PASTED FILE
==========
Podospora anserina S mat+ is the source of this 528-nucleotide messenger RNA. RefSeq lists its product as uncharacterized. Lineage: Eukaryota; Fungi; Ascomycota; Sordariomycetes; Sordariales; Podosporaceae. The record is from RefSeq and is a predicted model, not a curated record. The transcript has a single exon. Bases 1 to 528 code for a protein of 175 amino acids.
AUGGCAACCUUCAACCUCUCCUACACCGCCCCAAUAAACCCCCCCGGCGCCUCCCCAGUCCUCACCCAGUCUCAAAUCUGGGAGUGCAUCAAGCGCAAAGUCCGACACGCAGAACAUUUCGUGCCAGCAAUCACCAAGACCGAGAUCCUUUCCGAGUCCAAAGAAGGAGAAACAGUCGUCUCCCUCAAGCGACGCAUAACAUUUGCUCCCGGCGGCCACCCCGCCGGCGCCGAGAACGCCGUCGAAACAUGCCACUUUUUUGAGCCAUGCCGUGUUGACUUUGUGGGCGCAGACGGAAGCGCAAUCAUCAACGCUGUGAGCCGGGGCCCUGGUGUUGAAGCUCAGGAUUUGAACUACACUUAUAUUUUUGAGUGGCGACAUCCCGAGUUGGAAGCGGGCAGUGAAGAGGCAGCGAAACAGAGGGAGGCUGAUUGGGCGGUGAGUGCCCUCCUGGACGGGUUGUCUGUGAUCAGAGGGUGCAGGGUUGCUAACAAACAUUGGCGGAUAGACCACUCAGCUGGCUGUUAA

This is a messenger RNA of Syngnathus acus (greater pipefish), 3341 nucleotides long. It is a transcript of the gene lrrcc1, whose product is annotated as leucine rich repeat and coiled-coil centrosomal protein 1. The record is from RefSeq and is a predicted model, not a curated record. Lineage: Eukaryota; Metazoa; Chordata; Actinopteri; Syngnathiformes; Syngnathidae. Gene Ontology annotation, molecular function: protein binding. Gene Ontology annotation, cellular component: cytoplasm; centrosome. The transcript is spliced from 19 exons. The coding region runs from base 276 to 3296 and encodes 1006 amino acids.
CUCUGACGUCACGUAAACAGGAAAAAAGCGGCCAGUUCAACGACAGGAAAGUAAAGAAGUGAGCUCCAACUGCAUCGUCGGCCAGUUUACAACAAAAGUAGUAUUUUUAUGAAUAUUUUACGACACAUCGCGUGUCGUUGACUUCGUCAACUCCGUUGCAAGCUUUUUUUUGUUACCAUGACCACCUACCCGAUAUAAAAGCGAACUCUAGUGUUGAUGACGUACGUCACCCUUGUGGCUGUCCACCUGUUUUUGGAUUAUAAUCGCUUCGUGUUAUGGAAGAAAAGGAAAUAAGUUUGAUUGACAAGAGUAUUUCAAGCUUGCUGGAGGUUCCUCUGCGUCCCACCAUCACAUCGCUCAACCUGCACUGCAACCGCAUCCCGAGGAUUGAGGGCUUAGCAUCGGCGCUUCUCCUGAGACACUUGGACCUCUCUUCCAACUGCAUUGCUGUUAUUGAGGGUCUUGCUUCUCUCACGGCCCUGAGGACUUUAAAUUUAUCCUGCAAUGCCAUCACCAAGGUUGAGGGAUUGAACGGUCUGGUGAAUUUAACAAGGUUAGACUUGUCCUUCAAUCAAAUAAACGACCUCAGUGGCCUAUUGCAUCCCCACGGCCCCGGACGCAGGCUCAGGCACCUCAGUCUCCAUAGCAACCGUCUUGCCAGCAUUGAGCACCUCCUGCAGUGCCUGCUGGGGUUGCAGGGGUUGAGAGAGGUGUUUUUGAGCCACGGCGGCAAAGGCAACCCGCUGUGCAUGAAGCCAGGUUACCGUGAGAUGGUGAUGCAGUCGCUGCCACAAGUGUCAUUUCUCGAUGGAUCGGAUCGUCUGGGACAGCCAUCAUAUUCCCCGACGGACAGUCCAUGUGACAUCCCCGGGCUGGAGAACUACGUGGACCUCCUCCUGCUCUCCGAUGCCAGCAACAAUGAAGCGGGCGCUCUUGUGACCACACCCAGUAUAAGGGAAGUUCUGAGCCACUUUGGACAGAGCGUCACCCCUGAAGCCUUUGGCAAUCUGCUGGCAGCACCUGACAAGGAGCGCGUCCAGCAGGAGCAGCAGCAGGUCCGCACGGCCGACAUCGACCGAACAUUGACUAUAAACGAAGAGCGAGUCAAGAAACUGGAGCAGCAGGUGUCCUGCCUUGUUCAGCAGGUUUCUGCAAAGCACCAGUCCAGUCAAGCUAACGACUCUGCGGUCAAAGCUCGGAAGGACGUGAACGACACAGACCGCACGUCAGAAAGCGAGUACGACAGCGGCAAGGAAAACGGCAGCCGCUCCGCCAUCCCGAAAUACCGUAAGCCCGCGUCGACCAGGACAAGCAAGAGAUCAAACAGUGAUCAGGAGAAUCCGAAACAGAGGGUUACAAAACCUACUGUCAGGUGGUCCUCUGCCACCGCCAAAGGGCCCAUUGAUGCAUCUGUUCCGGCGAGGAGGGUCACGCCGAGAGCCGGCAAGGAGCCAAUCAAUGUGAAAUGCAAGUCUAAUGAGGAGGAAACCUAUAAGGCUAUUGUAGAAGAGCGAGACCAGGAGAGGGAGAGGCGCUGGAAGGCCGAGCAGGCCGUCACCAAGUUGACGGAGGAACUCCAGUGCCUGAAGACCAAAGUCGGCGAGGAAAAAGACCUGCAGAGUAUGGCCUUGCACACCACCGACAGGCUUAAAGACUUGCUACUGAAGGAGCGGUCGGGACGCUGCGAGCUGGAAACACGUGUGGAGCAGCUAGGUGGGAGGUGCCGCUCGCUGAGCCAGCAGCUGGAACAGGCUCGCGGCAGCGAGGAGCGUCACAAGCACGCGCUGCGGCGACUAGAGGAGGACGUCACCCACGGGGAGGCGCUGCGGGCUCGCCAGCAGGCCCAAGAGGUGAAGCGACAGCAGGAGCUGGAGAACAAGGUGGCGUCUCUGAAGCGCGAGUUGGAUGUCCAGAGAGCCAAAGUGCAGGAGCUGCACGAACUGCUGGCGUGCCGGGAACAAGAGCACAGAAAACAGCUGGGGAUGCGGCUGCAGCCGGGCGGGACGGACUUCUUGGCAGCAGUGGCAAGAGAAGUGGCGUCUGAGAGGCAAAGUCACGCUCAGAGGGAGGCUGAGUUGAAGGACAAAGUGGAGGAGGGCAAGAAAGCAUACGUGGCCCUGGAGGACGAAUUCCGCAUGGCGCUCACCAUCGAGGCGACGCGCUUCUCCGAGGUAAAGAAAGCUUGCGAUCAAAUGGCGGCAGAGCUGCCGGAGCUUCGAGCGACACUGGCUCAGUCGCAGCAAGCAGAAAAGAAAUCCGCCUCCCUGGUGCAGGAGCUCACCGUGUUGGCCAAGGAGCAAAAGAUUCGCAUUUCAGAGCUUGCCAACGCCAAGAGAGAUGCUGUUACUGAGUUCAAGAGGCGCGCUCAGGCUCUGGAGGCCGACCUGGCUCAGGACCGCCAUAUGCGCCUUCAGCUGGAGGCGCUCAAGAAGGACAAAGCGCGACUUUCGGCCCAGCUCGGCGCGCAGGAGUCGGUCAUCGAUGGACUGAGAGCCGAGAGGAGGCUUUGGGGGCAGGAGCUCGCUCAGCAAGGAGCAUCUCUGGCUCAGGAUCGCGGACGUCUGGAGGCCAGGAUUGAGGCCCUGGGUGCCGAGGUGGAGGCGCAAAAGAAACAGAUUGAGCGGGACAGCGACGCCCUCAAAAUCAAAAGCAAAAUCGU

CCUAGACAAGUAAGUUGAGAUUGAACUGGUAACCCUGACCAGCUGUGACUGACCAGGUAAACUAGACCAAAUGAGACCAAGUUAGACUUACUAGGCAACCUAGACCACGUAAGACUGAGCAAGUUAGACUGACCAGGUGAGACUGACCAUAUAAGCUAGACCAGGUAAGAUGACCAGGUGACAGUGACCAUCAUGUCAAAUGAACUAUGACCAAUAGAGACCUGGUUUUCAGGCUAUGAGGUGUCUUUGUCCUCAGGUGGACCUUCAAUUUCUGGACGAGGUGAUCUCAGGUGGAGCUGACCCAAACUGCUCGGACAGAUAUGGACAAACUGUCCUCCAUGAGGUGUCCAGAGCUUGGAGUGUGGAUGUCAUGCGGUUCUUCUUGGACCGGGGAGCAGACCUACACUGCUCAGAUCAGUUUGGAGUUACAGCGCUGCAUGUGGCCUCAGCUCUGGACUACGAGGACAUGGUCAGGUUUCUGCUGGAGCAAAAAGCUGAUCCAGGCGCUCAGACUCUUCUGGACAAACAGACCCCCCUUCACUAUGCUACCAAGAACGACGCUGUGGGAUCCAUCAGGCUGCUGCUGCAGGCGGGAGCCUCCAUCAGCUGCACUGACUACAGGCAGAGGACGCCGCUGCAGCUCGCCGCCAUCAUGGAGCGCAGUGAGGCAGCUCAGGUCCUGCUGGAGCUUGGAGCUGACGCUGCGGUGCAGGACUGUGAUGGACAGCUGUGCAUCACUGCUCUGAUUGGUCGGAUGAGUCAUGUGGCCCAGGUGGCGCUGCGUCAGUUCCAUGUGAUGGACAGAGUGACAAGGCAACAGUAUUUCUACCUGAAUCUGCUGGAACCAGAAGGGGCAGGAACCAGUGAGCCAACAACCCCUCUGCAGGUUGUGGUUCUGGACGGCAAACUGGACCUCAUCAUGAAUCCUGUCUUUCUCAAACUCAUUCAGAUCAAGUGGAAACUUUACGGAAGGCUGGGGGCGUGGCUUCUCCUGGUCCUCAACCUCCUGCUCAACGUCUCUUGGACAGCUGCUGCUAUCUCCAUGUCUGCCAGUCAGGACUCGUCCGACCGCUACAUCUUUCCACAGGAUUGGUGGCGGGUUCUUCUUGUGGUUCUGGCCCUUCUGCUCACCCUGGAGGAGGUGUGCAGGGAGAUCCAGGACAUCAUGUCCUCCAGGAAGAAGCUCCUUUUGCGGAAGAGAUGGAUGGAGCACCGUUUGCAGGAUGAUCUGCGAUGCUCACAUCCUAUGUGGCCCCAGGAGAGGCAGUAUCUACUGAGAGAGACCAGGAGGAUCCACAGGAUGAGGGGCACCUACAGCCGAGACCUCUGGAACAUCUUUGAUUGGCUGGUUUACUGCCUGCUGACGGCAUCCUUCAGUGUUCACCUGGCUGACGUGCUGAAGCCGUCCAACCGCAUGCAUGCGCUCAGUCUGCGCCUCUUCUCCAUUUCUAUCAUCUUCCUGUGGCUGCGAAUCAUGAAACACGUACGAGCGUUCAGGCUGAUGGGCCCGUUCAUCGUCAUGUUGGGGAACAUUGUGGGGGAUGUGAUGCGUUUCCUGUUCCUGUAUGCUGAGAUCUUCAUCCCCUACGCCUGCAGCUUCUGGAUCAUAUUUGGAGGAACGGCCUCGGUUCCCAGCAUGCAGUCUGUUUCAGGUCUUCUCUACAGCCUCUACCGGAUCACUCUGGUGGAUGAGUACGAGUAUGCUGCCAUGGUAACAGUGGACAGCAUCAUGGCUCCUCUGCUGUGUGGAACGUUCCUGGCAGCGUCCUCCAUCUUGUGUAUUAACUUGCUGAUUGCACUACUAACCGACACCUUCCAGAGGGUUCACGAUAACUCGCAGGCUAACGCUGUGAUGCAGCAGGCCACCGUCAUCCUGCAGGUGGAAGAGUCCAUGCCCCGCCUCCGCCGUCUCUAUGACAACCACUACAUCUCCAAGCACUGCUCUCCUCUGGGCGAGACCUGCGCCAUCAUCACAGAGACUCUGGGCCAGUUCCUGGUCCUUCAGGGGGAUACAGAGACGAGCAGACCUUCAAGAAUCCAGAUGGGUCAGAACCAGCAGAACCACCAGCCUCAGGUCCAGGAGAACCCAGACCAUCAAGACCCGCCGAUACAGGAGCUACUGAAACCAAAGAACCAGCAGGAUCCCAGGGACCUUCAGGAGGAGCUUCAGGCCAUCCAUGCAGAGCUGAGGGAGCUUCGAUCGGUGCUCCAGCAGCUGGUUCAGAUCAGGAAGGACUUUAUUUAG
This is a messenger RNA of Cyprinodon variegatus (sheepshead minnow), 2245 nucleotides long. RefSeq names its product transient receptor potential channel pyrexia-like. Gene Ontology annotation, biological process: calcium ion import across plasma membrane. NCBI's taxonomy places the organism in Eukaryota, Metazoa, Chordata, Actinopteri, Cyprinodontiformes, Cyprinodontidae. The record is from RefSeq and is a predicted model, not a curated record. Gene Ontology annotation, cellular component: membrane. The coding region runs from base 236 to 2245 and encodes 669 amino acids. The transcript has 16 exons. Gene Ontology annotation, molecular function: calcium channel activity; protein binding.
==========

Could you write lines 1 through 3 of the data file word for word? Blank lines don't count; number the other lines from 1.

Podospora anserina S mat+ is the source of this 528-nucleotide messenger RNA. RefSeq lists its product as uncharacterized. Lineage: Eukaryota; Fungi; Ascomycota; Sordariomycetes; Sordariales; Podosporaceae. The record is from RefSeq and is a predicted model, not a curated record. The transcript has a single exon. Bases 1 to 528 code for a protein of 175 amino acids.
AUGGCAACCUUCAACCUCUCCUACACCGCCCCAAUAAACCCCCCCGGCGCCUCCCCAGUCCUCACCCAGUCUCAAAUCUGGGAGUGCAUCAAGCGCAAAGUCCGACACGCAGAACAUUUCGUGCCAGCAAUCACCAAGACCGAGAUCCUUUCCGAGUCCAAAGAAGGAGAAACAGUCGUCUCCCUCAAGCGACGCAUAACAUUUGCUCCCGGCGGCCACCCCGCCGGCGCCGAGAACGCCGUCGAAACAUGCCACUUUUUUGAGCCAUGCCGUGUUGACUUUGUGGGCGCAGACGGAAGCGCAAUCAUCAACGCUGUGAGCCGGGGCCCUGGUGUUGAAGCUCAGGAUUUGAACUACACUUAUAUUUUUGAGUGGCGACAUCCCGAGUUGGAAGCGGGCAGUGAAGAGGCAGCGAAACAGAGGGAGGCUGAUUGGGCGGUGAGUGCCCUCCUGGACGGGUUGUCUGUGAUCAGAGGGUGCAGGGUUGCUAACAAACAUUGGCGGAUAGACCACUCAGCUGGCUGUUAA

This is a messenger RNA of Syngnathus acus (greater pipefish), 3341 nucleotides long. It is a transcript of the gene lrrcc1, whose product is annotated as leucine rich repeat and coiled-coil centrosomal protein 1. The record is from RefSeq and is a predicted model, not a curated record. Lineage: Eukaryota; Metazoa; Chordata; Actinopteri; Syngnathiformes; Syngnathidae. Gene Ontology annotation, molecular function: protein binding. Gene Ontology annotation, cellular component: cytoplasm; centrosome. The transcript is spliced from 19 exons. The coding region runs from base 276 to 3296 and encodes 1006 amino acids.